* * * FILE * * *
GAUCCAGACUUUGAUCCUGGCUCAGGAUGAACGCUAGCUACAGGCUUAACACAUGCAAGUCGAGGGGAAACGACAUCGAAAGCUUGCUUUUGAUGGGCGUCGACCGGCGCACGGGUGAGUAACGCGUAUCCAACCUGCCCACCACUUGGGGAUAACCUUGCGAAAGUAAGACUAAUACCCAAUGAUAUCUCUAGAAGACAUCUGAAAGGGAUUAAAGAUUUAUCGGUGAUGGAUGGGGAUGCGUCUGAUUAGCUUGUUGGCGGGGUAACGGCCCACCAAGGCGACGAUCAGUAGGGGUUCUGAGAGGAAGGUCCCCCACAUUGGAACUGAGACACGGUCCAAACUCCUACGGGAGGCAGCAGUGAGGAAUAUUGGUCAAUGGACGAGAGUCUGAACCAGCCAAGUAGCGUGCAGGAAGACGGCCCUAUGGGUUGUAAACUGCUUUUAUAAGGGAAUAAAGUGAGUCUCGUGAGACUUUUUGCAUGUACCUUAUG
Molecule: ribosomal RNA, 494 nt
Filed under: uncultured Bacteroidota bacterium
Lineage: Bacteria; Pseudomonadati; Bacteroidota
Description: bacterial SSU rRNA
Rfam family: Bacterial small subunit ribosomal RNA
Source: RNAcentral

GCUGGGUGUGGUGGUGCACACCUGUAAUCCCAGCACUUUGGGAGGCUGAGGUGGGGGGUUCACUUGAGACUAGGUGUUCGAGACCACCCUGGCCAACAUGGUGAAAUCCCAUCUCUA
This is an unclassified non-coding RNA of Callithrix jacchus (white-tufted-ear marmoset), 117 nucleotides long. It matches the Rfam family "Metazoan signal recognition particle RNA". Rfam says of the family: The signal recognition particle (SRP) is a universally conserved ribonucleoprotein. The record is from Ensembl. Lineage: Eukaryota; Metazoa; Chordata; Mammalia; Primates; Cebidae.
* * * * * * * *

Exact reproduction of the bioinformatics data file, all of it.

GAUCCAGACUUUGAUCCUGGCUCAGGAUGAACGCUAGCUACAGGCUUAACACAUGCAAGUCGAGGGGAAACGACAUCGAAAGCUUGCUUUUGAUGGGCGUCGACCGGCGCACGGGUGAGUAACGCGUAUCCAACCUGCCCACCACUUGGGGAUAACCUUGCGAAAGUAAGACUAAUACCCAAUGAUAUCUCUAGAAGACAUCUGAAAGGGAUUAAAGAUUUAUCGGUGAUGGAUGGGGAUGCGUCUGAUUAGCUUGUUGGCGGGGUAACGGCCCACCAAGGCGACGAUCAGUAGGGGUUCUGAGAGGAAGGUCCCCCACAUUGGAACUGAGACACGGUCCAAACUCCUACGGGAGGCAGCAGUGAGGAAUAUUGGUCAAUGGACGAGAGUCUGAACCAGCCAAGUAGCGUGCAGGAAGACGGCCCUAUGGGUUGUAAACUGCUUUUAUAAGGGAAUAAAGUGAGUCUCGUGAGACUUUUUGCAUGUACCUUAUG
Molecule: ribosomal RNA, 494 nt
Filed under: uncultured Bacteroidota bacterium
Lineage: Bacteria; Pseudomonadati; Bacteroidota
Description: bacterial SSU rRNA
Rfam family: Bacterial small subunit ribosomal RNA
Source: RNAcentral

GCUGGGUGUGGUGGUGCACACCUGUAAUCCCAGCACUUUGGGAGGCUGAGGUGGGGGGUUCACUUGAGACUAGGUGUUCGAGACCACCCUGGCCAACAUGGUGAAAUCCCAUCUCUA
This is an unclassified non-coding RNA of Callithrix jacchus (white-tufted-ear marmoset), 117 nucleotides long. It matches the Rfam family "Metazoan signal recognition particle RNA". Rfam says of the family: The signal recognition particle (SRP) is a universally conserved ribonucleoprotein. The record is from Ensembl. Lineage: Eukaryota; Metazoa; Chordata; Mammalia; Primates; Cebidae.